DC: Well, we always had the Department of Defense with us the whole time, in every one of those scenes that involves them. Jumping off them was great and they were even involved in helping us with the dialogue and stuff. They would say, “In this case it wouldn’t be a general, it’d be a colonel, and he’d be a chief of staff.” It was kind of embarrassing, but I think when you guide the actor, in any scene, for me it’s about coming in with a clear point of view. Chiklis makes the decision that, “I’m not gonna let this happen.” But it’s more important than anything that Chiklis doesn’t make that decision prior to coming in that door; that he has to be in the scene and process all this information, whereas Bill Smitrovich, the other actor in the scene, basically wants this to be done at all costs. He believes it’s the right thing to do and he wants it to be done. So it’s nice to have those conflicting points of view—anything dramatic you have to—and then to have those actors to play those [points of view].

But, also, my thing with the actors…but particularly Chiklis, he’s really the new eyes in the scene and that’s exactly who we [the audience] are. He’s almost representing the audience at that point, in the perspective that we take all the stuff in and not make any decisions until we feel we have enough information to make that decision. Because if an actor comes in and says, “We’re not doing it… We’re doing it,” then there’s nothing really dramatic.

MM: It’s your second time working with Shia LaBeouf and your first with Michelle Monaghan. What made you think that they could both play these characters?

DC: Well, I knew when I initially got the screenplay from Spielberg, right after Disturbia, that the character of Jerry was much older. He was almost 28, 27 years old and we kind of stuck with that for a while. Then, as I started developing the screenplay over time, it dawned on me that Jerry should be much younger. He should be at that part of his life, kind of exactly where Shia was. And it wasn’t just because of Shia. It just felt like the character, the way he was behaving and where he was in life—searching for answers and sort of hiding out and not trying to be in his brother’s shadow—felt more like a 22-year-old, 21. And then I shifted and once I got back from there I just felt like, God, this would be a great role for Shia because it would be a young adult sort of coming out for him as opposed to the teenager battling pimples. This should be about a young man learning from his journey and his life.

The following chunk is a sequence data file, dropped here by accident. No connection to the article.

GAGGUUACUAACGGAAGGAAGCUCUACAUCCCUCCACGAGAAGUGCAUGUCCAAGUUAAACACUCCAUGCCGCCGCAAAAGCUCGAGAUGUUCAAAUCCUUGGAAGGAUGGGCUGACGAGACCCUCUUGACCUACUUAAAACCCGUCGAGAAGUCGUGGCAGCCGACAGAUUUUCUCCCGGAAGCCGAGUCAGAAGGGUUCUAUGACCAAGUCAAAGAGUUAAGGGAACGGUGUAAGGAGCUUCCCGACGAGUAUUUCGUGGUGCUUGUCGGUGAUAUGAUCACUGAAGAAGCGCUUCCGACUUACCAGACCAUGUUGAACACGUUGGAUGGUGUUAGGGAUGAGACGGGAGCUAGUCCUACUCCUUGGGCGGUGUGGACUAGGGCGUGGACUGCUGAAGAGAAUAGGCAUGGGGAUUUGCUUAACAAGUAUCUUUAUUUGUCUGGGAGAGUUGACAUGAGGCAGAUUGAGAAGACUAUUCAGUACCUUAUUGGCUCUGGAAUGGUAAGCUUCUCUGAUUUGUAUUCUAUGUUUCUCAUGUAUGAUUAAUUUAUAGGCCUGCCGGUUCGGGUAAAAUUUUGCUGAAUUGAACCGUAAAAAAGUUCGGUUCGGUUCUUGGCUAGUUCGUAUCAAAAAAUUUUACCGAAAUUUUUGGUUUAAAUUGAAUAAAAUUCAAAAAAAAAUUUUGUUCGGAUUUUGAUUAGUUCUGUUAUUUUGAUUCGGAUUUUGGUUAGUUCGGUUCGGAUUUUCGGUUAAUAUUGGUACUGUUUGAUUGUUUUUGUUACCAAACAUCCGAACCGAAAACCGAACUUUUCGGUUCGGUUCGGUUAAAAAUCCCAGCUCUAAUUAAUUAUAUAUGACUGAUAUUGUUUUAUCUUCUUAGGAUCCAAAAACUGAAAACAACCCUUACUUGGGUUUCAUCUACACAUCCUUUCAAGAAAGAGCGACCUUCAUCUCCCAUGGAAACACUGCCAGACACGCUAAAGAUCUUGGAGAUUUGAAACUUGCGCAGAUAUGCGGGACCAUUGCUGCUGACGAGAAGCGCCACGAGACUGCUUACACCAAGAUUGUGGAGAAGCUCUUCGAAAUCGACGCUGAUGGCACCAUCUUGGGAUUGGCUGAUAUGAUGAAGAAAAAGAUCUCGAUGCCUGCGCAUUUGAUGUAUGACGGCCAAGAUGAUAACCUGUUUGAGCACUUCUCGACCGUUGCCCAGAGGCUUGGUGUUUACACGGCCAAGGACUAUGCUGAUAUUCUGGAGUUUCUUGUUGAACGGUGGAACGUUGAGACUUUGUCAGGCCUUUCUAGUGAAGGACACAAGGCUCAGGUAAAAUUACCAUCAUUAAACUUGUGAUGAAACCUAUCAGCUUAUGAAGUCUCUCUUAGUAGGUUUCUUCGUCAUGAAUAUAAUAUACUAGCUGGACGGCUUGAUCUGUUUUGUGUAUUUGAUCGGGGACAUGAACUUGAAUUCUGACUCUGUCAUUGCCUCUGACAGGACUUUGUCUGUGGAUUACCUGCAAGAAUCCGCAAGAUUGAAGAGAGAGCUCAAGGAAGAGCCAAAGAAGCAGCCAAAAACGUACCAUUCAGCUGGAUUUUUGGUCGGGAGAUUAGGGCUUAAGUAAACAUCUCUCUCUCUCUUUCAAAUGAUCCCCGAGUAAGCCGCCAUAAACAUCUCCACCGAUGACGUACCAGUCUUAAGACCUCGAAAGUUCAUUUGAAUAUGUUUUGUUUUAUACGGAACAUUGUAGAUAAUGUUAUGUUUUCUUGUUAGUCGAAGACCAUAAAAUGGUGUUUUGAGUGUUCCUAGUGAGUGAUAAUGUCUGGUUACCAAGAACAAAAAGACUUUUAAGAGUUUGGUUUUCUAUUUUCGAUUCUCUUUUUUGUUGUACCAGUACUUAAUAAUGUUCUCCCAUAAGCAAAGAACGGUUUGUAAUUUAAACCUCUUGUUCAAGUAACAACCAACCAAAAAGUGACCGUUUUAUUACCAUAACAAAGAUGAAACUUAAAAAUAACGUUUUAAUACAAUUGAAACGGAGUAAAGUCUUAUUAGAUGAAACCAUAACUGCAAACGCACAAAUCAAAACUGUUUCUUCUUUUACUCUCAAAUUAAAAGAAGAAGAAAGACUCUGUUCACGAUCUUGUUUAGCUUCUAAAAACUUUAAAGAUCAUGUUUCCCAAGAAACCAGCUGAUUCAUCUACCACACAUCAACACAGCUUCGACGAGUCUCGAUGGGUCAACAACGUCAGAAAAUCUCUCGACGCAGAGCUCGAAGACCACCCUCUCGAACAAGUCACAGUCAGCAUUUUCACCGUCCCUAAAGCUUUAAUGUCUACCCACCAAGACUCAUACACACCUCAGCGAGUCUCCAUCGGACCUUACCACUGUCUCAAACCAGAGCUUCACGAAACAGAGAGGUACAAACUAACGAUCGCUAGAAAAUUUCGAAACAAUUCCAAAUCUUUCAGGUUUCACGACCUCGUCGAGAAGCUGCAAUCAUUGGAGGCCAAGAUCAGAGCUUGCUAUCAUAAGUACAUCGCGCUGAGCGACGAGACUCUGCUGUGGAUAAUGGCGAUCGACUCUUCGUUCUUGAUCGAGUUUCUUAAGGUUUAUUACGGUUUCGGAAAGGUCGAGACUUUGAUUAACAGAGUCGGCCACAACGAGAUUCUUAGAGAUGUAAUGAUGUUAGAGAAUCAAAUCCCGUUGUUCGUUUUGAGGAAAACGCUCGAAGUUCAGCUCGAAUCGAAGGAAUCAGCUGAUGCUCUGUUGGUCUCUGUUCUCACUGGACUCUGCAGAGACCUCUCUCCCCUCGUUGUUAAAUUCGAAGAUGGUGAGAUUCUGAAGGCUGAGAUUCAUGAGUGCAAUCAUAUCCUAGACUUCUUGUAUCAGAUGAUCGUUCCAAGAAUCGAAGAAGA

I had always been a big fan of Michelle’s from a movie called Kiss Kiss Bang Bang—it’s one of my favorite movies. And I just thought, I have to work with this girl. When I read the character and read the role, I felt like she’d be perfect. I got her and Shia, we had dinner, we sat and talked and we had a beer and it just felt like this was the right thing to do. They’re both the same kind of actor—very naturalistic, very accessible and at the same time I saw those two together and just sitting as the director, across from them at the dinner table, I just knew it was going to be a good combination.

MM: Early in your career you directed smaller movies like The Salton Sea and now you’ve got larger movies opening big numbers at the box office. Have you continued doing what you’ve always done and just chosen projects that have struck a chord with larger audiences lately?

DC: I’ve always kind of chosen projects that strike a chord with me—in place and character; I feel like there’s a journey in there for them. You know, Salton Sea was much more of a personal film and did all the things on the personal side of my life that still felt like a dramatically, thematically and hopefully entertaining film dealing with darker issues and darker themes. Then you get your movies like Taking Lives and Two For the Money, which were sort of darker, genre-type movies, but they were trying to get character. For me, it’s all about the character and any movie that I consider has a character or lead character or caricature which I feel I can relate to; I have to find a reason for me to be the one to make the movie and usually, 99 percent of the time that’s gonna come from the character and not the spectacle or genre. So, in each one of those movies, I think I’d like not to be sort of pigeonholed as a filmmaker.

After Disturbia people said, “Well, I’m not sure he can really do action movies with character.” Now, I know I can do that. I just know a couple things: I love to see a good comedy but I can never make one—it’s just not in me. And two, I’ve never been a big fan of the romantic comedy, so I know that’s something I get far, far, far away from. So it’s really looking for the right character and the right situation and the right genre—that’s sort of what influences me on what movie to make.